Metastatic Disease to the Breast From Extramammary Malignancies: A Multimodality Pictorial Review

Dorothy A. Sippo, Kopal Kulkarni, Philip Di Carlo, Bonmyong Lee, David Jon Eisner, Ashley M Cimino-Mathews, Susan Harvey

Research output: Contribution to journalArticle

Abstract

This pictorial review demonstrates imaging features of extramammary malignancies metastatic to the breast seen with multiple modalities, including mammography, ultrasound, computed tomography (CT), positron emission tomography, and magnetic resonance imaging. Although rare, metastases to the breast may have a distinct imaging appearance from the appearance of primary breast cancers. They are important to identify because they can mimic benign breast disease and their treatment differs from that of primary breast cancer. Metastatic disease to the breast most commonly appears as a single round or oval mass with circumscribed margins. Sonographically it is usually hypoechoic, and with CT or magnetic resonance imaging it usually enhances. In contrast with primary breast cancer, breast metastases do not demonstrate spiculated margins and rarely have associated calcifications. A variety of clinical presentations of breast metastases are reviewed, including presentation with a palpable mass, detection at screening mammography, and detection with CT or positron emission tomography.

Original languageEnglish (US)
JournalCurrent Problems in Diagnostic Radiology
DOIs
StateAccepted/In press - 2015

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Breast Diseases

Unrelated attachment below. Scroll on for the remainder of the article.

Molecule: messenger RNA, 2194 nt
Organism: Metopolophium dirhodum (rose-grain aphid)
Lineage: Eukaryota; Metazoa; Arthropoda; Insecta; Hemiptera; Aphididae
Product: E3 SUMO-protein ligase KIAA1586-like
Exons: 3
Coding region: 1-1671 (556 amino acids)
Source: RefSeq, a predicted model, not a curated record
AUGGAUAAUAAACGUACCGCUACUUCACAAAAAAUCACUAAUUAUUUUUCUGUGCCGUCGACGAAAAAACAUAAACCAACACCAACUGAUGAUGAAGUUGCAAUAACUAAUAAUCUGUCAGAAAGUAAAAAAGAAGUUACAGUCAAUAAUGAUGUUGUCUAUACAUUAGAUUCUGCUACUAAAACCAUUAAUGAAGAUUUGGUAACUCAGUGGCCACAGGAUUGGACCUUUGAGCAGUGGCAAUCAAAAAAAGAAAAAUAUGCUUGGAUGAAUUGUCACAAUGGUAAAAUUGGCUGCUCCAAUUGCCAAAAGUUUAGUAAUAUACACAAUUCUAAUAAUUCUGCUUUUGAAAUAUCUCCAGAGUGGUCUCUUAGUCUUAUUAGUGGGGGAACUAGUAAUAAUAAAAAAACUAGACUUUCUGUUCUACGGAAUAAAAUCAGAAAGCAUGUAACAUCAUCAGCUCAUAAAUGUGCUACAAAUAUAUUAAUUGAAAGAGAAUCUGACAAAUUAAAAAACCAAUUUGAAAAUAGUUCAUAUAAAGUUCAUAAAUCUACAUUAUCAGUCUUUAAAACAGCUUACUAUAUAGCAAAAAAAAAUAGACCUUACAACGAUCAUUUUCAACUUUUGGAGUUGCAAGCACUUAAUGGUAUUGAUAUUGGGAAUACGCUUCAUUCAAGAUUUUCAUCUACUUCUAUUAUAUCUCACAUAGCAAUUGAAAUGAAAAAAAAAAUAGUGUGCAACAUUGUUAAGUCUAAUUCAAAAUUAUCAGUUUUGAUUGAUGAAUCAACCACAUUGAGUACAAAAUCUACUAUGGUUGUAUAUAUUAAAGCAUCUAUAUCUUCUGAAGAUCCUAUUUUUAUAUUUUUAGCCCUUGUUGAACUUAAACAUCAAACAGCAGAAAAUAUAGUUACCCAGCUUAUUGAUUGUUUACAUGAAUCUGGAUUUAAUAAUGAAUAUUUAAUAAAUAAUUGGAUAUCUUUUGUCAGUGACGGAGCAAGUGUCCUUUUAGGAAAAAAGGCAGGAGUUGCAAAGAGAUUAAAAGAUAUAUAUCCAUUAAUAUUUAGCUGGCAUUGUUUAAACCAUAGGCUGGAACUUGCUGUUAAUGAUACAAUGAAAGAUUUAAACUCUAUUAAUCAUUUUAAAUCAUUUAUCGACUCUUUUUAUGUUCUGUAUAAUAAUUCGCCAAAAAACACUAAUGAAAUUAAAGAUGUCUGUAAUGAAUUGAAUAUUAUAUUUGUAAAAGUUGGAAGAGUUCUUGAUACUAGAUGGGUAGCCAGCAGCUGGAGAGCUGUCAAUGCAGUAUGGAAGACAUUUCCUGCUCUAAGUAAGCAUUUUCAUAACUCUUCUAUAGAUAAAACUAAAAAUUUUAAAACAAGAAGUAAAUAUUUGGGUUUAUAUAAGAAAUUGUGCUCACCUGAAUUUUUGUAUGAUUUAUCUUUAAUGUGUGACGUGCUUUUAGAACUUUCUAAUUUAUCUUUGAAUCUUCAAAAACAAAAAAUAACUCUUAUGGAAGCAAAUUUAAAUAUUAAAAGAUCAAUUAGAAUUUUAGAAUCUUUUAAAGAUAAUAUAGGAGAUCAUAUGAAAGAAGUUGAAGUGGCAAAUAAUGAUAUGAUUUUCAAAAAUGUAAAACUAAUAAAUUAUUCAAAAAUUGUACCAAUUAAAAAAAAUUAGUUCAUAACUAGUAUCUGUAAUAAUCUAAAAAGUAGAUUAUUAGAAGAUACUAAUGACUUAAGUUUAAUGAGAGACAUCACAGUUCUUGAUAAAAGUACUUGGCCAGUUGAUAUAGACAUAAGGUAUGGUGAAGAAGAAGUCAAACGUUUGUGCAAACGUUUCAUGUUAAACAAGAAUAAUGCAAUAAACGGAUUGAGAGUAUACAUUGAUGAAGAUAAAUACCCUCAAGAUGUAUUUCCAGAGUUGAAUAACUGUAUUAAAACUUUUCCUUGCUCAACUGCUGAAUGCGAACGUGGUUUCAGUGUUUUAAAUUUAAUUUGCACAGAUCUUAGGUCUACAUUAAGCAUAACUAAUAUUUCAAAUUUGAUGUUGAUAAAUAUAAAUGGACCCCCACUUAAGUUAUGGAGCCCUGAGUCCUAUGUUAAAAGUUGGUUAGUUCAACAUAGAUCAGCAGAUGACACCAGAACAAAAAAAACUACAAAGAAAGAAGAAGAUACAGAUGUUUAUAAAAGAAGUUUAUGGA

Breast Neoplasms
Breast
Neoplasm Metastasis
Neoplasms
Magnetic Resonance Imaging
Mammary Ultrasonography
Mammography
Tomography
Positron Emission Tomography Computed Tomography

ASJC Scopus subject areas

  • Radiology Nuclear Medicine and imaging

Cite this

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abstract = "This pictorial review demonstrates imaging features of extramammary malignancies metastatic to the breast seen with multiple modalities, including mammography, ultrasound, computed tomography (CT), positron emission tomography, and magnetic resonance imaging. Although rare, metastases to the breast may have a distinct imaging appearance from the appearance of primary breast cancers. They are important to identify because they can mimic benign breast disease and their treatment differs from that of primary breast cancer. Metastatic disease to the breast most commonly appears as a single round or oval mass with circumscribed margins. Sonographically it is usually hypoechoic, and with CT or magnetic resonance imaging it usually enhances. In contrast with primary breast cancer, breast metastases do not demonstrate spiculated margins and rarely have associated calcifications. A variety of clinical presentations of breast metastases are reviewed, including presentation with a palpable mass, detection at screening mammography, and detection with CT or positron emission tomography.",
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